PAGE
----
3. The [Activity] is ordered to permit applicants for the three vacancies who are "close" to meeting the educational requirements to apply for the vacant positions, retroactively, for the record. Such application will provide appropriate retroactive consideration for vacancies since that time.

4. The Parties are ordered to negotiate forthwith a definition of "close to" in terms of specific requirements which have to be met prior to acceptance of the application.

Failing negotiation of an agreement in this regard, either Party may submit in writing, within 60 days of the date of this Award, the request that the Arbitrator determine the resolution of this specific issue.

Id. at 11.

III. Agency's Exceptions

A. Contentions

The Agency contends that the Arbitrator exceeded his authority and that the award does not draw its essence from the parties' collective bargaining agreement.

The Agency agrees with paragraph 1 of the award. The Agency states that this paragraph is directly responsive to the issue as the Arbitrator framed it. However, the Agency contends that the Arbitrator exceeded his authority in making the finding set forth in paragraph 2 of the award and in ordering the remedies set forth in paragraphs 3-4 of the award because this finding and these remedies go beyond the issue as the Arbitrator framed it. Although the Agency concedes that the matter of consideration of internal food inspector applicants who were close to completion of the educational requirements was raised at the hearing before the Arbitrator, the Agency argues that the matter was only raised in relation to the issue as framed by the Arbitrator, which issue does not refer to such matters. In the Agency's view, the issue as framed by the Arbitrator was resolved in paragraph 1 of the award and the Arbitrator's failure to stop at paragraph 1 departed from the condition precedent expressed in the Arbitrator's statement of the issue presented and caused him to decide matters not before him. In support of its view, the Agency cites the Authority's decision in Veterans Administration and American Federation of Government Employees, Local 2798, 24 FLRA 447 (1986) (AFGE Local 2798).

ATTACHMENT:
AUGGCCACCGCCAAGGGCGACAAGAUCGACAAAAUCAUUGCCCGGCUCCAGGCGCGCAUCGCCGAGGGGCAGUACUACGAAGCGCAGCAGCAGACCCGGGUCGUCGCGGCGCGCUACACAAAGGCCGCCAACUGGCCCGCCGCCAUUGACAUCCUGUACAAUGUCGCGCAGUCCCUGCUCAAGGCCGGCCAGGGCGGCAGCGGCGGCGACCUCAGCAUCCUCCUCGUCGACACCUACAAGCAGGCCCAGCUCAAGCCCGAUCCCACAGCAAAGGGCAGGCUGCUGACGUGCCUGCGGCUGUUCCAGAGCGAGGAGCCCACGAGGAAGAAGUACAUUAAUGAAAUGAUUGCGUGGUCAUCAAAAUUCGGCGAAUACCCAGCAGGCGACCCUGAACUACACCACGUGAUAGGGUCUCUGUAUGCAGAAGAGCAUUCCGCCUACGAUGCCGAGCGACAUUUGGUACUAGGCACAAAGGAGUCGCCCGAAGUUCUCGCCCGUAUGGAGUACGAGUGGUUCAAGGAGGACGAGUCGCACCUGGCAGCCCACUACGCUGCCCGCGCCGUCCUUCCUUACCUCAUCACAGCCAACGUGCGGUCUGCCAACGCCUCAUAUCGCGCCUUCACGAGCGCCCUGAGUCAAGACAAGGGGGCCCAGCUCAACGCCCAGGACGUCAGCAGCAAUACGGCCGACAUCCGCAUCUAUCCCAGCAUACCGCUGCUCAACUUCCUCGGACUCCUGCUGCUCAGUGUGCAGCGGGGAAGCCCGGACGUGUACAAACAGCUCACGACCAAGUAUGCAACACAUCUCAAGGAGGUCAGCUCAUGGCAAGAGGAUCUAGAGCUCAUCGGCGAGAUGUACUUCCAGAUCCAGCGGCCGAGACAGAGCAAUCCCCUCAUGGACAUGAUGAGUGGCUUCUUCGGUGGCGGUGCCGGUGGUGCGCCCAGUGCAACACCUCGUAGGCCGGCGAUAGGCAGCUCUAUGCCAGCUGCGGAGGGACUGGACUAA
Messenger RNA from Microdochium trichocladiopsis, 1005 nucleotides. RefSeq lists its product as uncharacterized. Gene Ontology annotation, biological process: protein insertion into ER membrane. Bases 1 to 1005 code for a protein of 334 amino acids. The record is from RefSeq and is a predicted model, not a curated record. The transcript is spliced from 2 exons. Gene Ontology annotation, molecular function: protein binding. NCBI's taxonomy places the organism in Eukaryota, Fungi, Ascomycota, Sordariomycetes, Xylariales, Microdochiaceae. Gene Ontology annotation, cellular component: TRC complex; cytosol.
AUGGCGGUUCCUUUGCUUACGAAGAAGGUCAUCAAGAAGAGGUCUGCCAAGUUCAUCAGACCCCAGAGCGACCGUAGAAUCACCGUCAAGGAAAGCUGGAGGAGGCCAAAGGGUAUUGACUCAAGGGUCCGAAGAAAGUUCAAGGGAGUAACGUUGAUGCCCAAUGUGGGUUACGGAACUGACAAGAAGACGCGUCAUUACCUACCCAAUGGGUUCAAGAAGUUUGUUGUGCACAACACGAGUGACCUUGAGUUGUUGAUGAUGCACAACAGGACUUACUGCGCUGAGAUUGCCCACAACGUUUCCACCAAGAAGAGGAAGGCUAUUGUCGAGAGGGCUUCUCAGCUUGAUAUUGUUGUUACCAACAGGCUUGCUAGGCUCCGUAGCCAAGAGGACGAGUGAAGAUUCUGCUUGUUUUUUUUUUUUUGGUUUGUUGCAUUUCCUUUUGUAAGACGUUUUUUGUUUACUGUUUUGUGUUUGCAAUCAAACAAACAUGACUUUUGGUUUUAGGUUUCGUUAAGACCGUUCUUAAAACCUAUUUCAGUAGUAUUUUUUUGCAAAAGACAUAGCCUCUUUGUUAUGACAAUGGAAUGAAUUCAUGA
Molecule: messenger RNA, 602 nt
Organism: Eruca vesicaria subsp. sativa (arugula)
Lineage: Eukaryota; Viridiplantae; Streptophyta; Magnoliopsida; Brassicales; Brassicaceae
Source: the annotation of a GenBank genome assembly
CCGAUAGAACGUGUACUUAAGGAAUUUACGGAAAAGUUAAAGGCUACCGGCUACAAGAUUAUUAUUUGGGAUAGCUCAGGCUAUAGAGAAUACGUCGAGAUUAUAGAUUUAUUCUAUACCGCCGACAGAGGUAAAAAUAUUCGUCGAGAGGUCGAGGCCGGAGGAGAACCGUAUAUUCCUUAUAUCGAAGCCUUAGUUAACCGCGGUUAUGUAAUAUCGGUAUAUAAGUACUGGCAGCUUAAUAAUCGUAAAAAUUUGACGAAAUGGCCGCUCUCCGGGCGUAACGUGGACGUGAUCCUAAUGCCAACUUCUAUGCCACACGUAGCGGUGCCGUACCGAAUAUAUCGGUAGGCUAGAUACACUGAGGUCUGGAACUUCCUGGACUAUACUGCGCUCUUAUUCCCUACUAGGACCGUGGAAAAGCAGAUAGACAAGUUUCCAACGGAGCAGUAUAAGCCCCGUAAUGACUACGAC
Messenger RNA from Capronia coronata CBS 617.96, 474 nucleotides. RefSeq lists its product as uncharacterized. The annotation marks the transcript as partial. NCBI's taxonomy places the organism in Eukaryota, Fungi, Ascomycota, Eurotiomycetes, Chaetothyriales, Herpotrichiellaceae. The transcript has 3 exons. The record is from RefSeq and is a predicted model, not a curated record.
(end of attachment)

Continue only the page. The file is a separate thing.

The Agency also contends that by ordering the parties to negotiate a definition of "close," the Arbitrator exceeded his authority and the award fails to draw its essence from the collective bargaining agreement. The Agency cites to Article XXXIII, Section B of the parties' collective bargaining agreement and quotes from it, as follows:

4. In considering the case, the arbitrator shall have authority to define the explicit terms of this Agreement. However, he shall have no authority to add to or modify any terms of the Agreement.

In the Agency's view, a definition of "close," whether reached through negotiations or by the determination of the Arbitrator, will have the effect of modifying the MOU. Therefore, the Agency asserts that the Arbitrator has disregarded Article XXXIII, Section B(4) and his award does not draw its essence from the collective bargaining agreement. The Agency also asserts that Article XXXIII, Section B(4) constitutes an express limitation on the Arbitrator's authority and that he exceeded that authority by ordering the parties to negotiate a matter rather than applying the MOU as negotiated. In support of this view, the Agency cites the decisions in City Electric v. Local Union 77, IBEW, 517 F.2d 616 (9th Cir. 1975) (City Electric) and Local 491, IUE v. Magnavox Co., 286 F.2d 465 (6th Cir. 1961) (Magnavox).